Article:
COVID-19 Response Minister Chris Hipkins fires up at David Seymour's offering cash for more vaccines idea

COVID-19 Response Minister Chris Hipkins says Pfizer has a "higher moral standard" than ACT, after David Seymour suggested offering cash for more vaccine doses. 

During Question Time in Parliament, Seymour asked about the Government's efforts to get more coronavirus vaccines into New Zealand to keep up with the current high demand. 

"Has he or officials or anybody in the Ministry of Health or MBIE [Ministry of Business, Innovation and Employment] offered to pay additional money to Pfizer as Canada has done, to get additional doses faster?" 

Hipkins said the situation in Canada was different, as it undertook an emergency vaccine approval process, which New Zealand did not. He also took a crack at Seymour for suggesting cash to jump the vaccine queue. 

"In terms of the issue around Canada, what the member refers to is some discussions the Canadians undertook with Pfizer late last year when the Pfizer vaccine was still in its very early stages of production, to increase production in order to facilitate access to a very limited number - and we're talking hundreds of thousands of doses not millions of doses - in the early part of their emergency vaccine approval process, which is not something the New Zealand Government has done," Hipkins said.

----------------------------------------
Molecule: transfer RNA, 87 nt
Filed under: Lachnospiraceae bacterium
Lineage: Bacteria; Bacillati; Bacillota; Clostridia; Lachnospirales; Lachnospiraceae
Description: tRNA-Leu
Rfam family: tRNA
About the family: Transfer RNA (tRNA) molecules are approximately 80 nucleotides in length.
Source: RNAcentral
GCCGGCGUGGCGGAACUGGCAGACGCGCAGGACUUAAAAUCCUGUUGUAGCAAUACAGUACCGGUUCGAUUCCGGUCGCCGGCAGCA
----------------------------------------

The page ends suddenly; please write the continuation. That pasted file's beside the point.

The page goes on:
"I have had conversations directly with representatives of Pfizer to discuss this issue. Pfizer has been very clear: The production they have of the vaccine is fully committed around the globe and they are not willing to offer rich countries the opportunity to pay more in order to displace countries who cannot afford to do that, which suggests that big pharma has a higher ethical and moral standard than the ACT Party does."

Seymour hit back after the debate. 

"The true nature of the Government's response was there for all to see live and in person. With under pressure ministers making snarky remarks in contrast with their usual stage-managed presentations.

"This the kind of perspective New Zealanders need to see if the Government is going to be pressured into lifting its game and be more prepared for the next phase of COVID than it was for this outbreak."

With more than 90,000 doses administered some days, Associate Health Minister Dr Ayesha Verrall told The AM Show on Monday that level could only be sustained for a few more weeks. 

The Government is currently trying to source more vaccines to meet the high demand, and an announcement is expected this week. In the worst case scenario, the roll-out would revert back to the original plan, with around 50,000 doses a day. 

More than 3.4 million doses of the COVID-19 vaccine have been administered to date in New Zealand, of which 2.2 million are first doses and more than 1.18 million are second doses.